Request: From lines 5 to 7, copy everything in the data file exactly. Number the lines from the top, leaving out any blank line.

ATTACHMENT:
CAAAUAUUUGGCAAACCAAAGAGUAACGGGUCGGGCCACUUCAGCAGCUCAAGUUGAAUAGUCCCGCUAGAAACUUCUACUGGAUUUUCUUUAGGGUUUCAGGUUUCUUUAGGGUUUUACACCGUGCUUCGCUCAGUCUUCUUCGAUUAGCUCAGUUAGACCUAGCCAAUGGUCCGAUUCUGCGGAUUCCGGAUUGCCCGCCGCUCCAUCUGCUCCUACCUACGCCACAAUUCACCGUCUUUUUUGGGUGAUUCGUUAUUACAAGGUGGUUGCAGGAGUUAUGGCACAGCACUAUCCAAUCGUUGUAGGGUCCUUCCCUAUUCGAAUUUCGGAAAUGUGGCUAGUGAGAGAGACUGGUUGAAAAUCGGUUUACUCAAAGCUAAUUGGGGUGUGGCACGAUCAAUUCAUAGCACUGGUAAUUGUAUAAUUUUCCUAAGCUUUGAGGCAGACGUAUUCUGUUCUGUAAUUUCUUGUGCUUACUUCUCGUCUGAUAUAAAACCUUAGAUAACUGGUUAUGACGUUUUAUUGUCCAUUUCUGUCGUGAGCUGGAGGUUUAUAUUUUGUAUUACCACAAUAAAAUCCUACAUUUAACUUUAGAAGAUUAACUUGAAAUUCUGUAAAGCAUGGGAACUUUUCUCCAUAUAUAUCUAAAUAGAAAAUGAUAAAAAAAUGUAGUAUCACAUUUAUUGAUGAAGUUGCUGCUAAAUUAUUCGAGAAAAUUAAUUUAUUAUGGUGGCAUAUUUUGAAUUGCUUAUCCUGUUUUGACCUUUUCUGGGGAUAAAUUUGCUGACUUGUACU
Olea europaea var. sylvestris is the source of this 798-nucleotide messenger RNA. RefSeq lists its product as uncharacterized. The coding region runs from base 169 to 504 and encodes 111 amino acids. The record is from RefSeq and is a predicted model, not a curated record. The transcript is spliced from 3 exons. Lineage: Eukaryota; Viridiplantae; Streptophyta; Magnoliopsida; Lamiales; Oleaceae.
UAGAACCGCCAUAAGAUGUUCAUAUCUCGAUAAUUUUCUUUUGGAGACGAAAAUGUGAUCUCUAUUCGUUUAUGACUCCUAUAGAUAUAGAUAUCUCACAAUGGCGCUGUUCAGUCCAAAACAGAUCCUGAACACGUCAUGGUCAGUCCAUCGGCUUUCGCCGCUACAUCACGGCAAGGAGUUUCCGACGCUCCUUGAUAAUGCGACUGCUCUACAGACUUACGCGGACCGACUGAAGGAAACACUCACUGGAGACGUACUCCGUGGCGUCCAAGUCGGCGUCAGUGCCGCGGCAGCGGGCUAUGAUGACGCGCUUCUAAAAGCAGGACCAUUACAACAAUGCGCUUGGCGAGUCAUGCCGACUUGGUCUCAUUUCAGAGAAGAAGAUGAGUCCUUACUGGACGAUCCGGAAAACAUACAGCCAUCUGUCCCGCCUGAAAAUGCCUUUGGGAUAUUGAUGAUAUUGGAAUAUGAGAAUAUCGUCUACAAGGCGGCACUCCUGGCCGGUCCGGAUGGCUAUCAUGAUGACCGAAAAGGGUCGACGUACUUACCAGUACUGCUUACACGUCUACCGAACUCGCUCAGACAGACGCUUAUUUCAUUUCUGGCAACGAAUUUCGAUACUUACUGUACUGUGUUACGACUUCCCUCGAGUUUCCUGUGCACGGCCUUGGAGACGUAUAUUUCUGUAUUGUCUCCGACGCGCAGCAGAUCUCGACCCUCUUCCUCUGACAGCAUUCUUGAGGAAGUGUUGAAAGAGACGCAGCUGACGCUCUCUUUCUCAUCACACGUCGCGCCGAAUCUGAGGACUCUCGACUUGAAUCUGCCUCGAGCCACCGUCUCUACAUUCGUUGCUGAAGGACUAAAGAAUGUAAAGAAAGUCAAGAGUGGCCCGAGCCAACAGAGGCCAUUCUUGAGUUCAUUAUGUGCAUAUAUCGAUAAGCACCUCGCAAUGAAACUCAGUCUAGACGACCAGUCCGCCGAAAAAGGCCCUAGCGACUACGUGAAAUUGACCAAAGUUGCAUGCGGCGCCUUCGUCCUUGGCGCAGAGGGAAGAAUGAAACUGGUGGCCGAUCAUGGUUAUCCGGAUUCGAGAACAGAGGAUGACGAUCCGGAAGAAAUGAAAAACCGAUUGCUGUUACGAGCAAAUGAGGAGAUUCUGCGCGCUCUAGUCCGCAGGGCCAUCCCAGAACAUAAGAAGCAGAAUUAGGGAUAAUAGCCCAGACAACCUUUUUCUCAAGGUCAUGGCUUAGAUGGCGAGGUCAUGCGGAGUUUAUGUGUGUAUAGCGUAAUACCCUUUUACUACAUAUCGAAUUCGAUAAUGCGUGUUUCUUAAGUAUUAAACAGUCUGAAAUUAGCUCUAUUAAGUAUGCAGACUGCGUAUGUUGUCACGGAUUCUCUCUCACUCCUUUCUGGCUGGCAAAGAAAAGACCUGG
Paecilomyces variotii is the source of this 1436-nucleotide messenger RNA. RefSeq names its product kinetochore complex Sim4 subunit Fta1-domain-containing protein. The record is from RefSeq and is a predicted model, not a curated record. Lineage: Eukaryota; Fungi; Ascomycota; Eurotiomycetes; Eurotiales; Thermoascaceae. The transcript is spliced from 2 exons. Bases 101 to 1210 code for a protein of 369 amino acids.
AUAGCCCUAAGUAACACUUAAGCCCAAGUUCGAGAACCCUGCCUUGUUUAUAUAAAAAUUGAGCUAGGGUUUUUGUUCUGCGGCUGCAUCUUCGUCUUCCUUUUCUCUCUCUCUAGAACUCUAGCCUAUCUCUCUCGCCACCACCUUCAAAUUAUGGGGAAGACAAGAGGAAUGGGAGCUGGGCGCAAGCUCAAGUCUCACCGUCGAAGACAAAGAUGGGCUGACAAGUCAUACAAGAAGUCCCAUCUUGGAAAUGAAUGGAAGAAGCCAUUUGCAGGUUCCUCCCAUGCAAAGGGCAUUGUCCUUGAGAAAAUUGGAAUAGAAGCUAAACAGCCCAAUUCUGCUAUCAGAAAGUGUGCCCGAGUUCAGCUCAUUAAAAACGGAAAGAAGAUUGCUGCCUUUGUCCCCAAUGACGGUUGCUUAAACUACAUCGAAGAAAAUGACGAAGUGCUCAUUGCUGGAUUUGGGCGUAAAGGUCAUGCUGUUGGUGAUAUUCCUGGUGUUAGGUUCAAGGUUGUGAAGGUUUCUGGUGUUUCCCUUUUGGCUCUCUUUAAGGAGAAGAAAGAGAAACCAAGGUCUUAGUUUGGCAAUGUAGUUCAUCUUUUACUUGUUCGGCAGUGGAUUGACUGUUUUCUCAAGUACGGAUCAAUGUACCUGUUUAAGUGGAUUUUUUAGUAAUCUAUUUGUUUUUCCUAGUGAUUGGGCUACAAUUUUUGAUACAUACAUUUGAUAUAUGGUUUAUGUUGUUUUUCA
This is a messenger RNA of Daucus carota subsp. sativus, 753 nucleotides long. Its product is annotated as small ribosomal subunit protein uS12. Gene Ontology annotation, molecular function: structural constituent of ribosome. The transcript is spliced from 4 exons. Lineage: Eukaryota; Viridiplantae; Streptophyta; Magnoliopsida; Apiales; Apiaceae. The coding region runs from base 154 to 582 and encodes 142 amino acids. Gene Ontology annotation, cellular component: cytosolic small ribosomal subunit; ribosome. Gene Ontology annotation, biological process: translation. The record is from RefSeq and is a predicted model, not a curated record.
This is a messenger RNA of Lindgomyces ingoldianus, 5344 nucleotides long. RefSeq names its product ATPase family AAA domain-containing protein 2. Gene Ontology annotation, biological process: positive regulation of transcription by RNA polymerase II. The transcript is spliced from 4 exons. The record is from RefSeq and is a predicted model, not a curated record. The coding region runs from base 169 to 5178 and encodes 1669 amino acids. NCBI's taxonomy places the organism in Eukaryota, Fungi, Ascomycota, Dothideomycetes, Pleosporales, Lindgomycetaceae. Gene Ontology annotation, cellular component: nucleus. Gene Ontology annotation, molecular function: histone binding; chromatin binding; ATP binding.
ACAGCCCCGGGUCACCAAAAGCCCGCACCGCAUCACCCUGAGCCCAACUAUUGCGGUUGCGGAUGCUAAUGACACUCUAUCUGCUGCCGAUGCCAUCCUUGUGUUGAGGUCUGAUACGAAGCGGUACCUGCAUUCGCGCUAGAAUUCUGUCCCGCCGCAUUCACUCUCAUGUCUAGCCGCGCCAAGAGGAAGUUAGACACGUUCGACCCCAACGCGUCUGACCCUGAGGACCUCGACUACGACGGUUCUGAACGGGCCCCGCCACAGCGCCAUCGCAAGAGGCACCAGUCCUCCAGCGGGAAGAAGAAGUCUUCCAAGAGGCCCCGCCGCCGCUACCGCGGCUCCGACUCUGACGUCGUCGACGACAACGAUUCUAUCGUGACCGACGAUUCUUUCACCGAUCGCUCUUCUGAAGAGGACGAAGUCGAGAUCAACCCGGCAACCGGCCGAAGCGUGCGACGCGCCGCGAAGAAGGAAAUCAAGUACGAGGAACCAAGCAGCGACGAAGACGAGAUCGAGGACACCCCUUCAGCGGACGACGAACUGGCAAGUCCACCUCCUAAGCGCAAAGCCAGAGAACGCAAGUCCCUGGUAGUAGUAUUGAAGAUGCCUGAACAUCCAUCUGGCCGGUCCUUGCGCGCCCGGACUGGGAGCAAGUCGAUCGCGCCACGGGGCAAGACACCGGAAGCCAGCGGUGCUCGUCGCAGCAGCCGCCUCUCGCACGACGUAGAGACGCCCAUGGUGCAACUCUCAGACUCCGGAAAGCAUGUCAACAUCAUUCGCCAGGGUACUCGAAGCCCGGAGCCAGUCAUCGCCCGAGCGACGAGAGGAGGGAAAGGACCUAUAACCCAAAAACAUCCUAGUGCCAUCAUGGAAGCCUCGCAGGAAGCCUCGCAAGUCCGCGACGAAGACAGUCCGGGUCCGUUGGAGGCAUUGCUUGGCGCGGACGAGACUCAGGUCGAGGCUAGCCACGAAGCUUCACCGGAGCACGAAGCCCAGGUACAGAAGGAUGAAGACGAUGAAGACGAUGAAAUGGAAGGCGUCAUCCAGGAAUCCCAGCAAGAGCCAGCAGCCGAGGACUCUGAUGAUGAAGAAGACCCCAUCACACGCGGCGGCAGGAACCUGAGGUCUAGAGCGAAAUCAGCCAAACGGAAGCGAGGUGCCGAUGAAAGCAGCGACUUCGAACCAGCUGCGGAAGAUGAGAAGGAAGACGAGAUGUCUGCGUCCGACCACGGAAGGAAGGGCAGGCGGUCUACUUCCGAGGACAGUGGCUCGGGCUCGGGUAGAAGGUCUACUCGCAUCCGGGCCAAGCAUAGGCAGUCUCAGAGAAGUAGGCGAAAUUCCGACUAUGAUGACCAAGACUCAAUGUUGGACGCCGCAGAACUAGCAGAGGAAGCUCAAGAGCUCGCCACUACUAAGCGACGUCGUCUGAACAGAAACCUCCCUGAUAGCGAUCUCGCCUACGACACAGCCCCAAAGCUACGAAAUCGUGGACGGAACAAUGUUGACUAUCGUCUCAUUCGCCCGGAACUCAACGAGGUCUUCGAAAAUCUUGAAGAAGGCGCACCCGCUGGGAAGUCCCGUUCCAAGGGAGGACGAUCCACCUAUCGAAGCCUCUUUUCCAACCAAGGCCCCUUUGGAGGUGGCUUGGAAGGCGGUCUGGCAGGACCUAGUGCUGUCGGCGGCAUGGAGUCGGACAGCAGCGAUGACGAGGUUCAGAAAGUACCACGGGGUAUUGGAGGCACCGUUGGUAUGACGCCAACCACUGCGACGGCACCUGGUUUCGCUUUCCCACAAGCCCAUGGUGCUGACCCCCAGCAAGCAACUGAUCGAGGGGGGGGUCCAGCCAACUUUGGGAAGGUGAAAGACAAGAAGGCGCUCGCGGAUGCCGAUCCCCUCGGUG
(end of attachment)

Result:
AUAGCCCUAAGUAACACUUAAGCCCAAGUUCGAGAACCCUGCCUUGUUUAUAUAAAAAUUGAGCUAGGGUUUUUGUUCUGCGGCUGCAUCUUCGUCUUCCUUUUCUCUCUCUCUAGAACUCUAGCCUAUCUCUCUCGCCACCACCUUCAAAUUAUGGGGAAGACAAGAGGAAUGGGAGCUGGGCGCAAGCUCAAGUCUCACCGUCGAAGACAAAGAUGGGCUGACAAGUCAUACAAGAAGUCCCAUCUUGGAAAUGAAUGGAAGAAGCCAUUUGCAGGUUCCUCCCAUGCAAAGGGCAUUGUCCUUGAGAAAAUUGGAAUAGAAGCUAAACAGCCCAAUUCUGCUAUCAGAAAGUGUGCCCGAGUUCAGCUCAUUAAAAACGGAAAGAAGAUUGCUGCCUUUGUCCCCAAUGACGGUUGCUUAAACUACAUCGAAGAAAAUGACGAAGUGCUCAUUGCUGGAUUUGGGCGUAAAGGUCAUGCUGUUGGUGAUAUUCCUGGUGUUAGGUUCAAGGUUGUGAAGGUUUCUGGUGUUUCCCUUUUGGCUCUCUUUAAGGAGAAGAAAGAGAAACCAAGGUCUUAGUUUGGCAAUGUAGUUCAUCUUUUACUUGUUCGGCAGUGGAUUGACUGUUUUCUCAAGUACGGAUCAAUGUACCUGUUUAAGUGGAUUUUUUAGUAAUCUAUUUGUUUUUCCUAGUGAUUGGGCUACAAUUUUUGAUACAUACAUUUGAUAUAUGGUUUAUGUUGUUUUUCA
This is a messenger RNA of Daucus carota subsp. sativus, 753 nucleotides long. Its product is annotated as small ribosomal subunit protein uS12. Gene Ontology annotation, molecular function: structural constituent of ribosome. The transcript is spliced from 4 exons. Lineage: Eukaryota; Viridiplantae; Streptophyta; Magnoliopsida; Apiales; Apiaceae. The coding region runs from base 154 to 582 and encodes 142 amino acids. Gene Ontology annotation, cellular component: cytosolic small ribosomal subunit; ribosome. Gene Ontology annotation, biological process: translation. The record is from RefSeq and is a predicted model, not a curated record.
This is a messenger RNA of Lindgomyces ingoldianus, 5344 nucleotides long. RefSeq names its product ATPase family AAA domain-containing protein 2. Gene Ontology annotation, biological process: positive regulation of transcription by RNA polymerase II. The transcript is spliced from 4 exons. The record is from RefSeq and is a predicted model, not a curated record. The coding region runs from base 169 to 5178 and encodes 1669 amino acids. NCBI's taxonomy places the organism in Eukaryota, Fungi, Ascomycota, Dothideomycetes, Pleosporales, Lindgomycetaceae. Gene Ontology annotation, cellular component: nucleus. Gene Ontology annotation, molecular function: histone binding; chromatin binding; ATP binding.